Stubs don’t have to be hard
Recently, I visited a customer, a large company with over 10,000 Seats to talk to them about their Office 365 Migration Project. As many others, the customer wants to move the email workload first and, in parallel, activate the users for Skype for Business. The customer currently has an Exchange 2013 Environment archived by an Enterprise Vault Archiving System.
Fortunately, the customer was well informed about the possibilities and the different applications/tools to approach such a migration. I was very surprised, when the topic of Stub/Shortcut Handling and/or Rehydration came up, as some competitors presented it as a huge pain point in an email migration and one of their key differentiators.
Let me remind everyone what Stubfiles/Shortcuts are: A user receives an email in his mailbox. The archiving system, in our case Enterprise Vault, archives the email depending on its policy (e.g. older than 30 days) and replaces the item in the user’s mailbox with a Shortcut/Stub. For the user, the usage of this stub is (almost) transparent. If the user clicks on the stubfile, the original (archived) email will be fetched from the archiving system and displayed in the user’s Outlook without the need to restore the item to Exchange first. If the user moves the shortcut to a different place in the mailbox, the location is synchronized back to Enterprise Vault. I’m wondering why this should be such a huge pain point, as typically the only thing you want to do, is to delete them…
Let me explain how we solved the customer’s migration problem and it becomes obvious:
For the Mailbox Migration from Exchange 2013 to Office 365 we use Mailbox Shuttle (our Mailbox Migration tool) and its Sync’n’Switch approach. Migration Batches are built easily inside the software by being able to group users by different Active Directory properties. In the case of our customer above, the customer decided to drive the migration by department. When the scheduled batch execution time has come, Mailbox Shuttle moves the mailboxes to Office 365 (including the stubs). The stubs for the user are still working as they contain just a hyperlink to the archived item. Thanks to the workflow based approach of our products, we can drag at this point in time the “Create Archive Mailbox” Workflow step, which like the name suggests, creates the user an Office 365 Online Archive automatically. If the user had an Archive in Enterprise Vault a mapping will be created automatically in Archive Shuttle (our tool for Archive Migrations) and the synchronization phase starts. Data is now transferred from the On Premises Enterprise Vault System to the Users O365 Online Archive reflecting the folder structure of the Enterprise Vault archive. At this point in time, the folders in the EV Archive, have already been updated by Enterprise Vault based on the shortcut positions in the primary mailbox. As soon the transfer is done, we start the “switch” workflow inside Archive Shuttle, which in our case executes all necessary steps to move the user experience from the on-premises system to the new Office 365 system.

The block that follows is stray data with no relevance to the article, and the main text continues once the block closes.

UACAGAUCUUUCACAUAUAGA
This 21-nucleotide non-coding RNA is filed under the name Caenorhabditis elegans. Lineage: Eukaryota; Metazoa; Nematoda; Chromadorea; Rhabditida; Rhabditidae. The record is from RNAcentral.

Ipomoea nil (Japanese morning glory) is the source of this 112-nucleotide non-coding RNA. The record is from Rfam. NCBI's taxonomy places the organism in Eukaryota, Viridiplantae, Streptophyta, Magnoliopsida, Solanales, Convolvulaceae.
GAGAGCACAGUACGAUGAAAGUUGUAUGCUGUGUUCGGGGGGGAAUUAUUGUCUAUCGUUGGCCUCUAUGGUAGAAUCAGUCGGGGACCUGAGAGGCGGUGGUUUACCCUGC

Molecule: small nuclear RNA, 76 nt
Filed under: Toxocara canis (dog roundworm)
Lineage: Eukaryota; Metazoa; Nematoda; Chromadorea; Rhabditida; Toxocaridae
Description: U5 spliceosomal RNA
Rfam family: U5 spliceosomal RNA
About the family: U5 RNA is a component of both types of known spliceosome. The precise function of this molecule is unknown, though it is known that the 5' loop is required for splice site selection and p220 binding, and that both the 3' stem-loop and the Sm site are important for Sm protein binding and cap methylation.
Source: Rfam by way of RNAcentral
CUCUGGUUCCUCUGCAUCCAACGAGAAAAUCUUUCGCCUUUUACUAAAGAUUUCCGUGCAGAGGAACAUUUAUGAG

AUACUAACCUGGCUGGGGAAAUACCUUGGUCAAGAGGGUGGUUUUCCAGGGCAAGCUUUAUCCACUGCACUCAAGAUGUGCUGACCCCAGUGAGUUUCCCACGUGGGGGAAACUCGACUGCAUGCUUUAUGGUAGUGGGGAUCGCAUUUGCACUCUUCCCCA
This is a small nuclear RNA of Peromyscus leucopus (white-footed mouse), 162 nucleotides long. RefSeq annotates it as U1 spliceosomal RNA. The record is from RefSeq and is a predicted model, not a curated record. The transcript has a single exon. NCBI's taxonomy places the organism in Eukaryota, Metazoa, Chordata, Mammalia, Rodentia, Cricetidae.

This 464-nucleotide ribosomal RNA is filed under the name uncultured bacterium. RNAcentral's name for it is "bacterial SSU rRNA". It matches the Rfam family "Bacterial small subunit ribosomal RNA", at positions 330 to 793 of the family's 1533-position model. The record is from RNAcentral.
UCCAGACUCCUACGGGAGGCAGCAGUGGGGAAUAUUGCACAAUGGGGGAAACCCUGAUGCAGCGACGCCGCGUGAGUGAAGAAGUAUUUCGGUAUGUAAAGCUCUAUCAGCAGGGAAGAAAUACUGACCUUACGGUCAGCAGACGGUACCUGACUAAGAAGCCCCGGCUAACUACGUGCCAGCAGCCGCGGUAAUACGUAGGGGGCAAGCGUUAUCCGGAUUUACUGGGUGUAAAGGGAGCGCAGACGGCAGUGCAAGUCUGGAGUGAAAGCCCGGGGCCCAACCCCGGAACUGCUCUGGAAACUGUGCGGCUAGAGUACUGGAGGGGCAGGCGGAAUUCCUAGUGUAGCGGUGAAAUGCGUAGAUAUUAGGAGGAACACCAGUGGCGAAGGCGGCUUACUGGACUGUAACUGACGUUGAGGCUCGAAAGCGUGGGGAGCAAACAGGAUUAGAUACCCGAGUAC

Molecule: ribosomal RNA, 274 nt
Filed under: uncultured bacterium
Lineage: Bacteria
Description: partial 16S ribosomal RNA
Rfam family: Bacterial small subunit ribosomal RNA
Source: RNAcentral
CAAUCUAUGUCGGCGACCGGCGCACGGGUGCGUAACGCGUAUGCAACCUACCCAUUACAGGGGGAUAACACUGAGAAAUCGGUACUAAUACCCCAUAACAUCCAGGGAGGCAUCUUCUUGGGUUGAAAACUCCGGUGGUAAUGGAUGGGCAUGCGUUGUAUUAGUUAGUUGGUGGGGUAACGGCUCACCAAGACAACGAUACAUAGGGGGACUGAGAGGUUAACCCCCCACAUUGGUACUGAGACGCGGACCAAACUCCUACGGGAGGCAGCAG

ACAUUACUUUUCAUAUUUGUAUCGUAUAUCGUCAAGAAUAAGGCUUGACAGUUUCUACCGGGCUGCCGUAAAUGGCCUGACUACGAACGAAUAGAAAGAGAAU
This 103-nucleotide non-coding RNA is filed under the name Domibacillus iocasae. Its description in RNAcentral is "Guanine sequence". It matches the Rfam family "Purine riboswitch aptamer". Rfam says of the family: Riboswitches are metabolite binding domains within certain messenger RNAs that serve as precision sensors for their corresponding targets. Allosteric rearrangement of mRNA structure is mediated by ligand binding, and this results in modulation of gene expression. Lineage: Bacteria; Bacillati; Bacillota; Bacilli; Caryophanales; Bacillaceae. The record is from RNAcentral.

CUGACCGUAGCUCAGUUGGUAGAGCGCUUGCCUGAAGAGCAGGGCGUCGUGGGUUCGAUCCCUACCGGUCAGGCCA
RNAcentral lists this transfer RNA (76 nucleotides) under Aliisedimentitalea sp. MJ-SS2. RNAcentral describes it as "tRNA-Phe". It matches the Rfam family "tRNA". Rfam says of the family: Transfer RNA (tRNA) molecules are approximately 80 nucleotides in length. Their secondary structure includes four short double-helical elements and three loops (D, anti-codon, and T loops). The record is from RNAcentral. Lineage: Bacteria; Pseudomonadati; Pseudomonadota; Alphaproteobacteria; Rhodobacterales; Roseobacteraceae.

The workflow executed for every user firstly disables the user for archiving in Enterprise Vault and “closes” the archive which makes it read only. The second step of the workflow is to verify that everything that had to be migrated for a particular user was migrated successfully. If there is any kind of delta, the delta will be migrated. The third step now deletes the stub files from the user’s primary mailbox, and the stubs are not anymore needed as we want to start switching the user experience at this certain point. After the shortcuts have been deleted, the next step is to remove the Enterprise Vault Buttons provided by the EV Outlook add in in the users Outlook, as the functionality is no longer required. The fifth step in our workflow is to remove EV’s VirtualVault from the Users outlook. The last step is to remove permissions from the Enterprise Vault Archive for the user, so that finally the users access is capped to the legacy system.
When the “switch” phase has successfully completed, Archive Shuttle reports back to Mailbox Shuttle and Mailbox Shuttle continues with its workflow. The final step before the migration is complete, is to enable the user for Skype for Business. This was archived by calling a customer Powershell Script that the customer has written directly from Mailbox Shuttle’s workflow Engine.
If you’re in the market to migrate Enterprise Vault to Office 365, please contact our expert team today.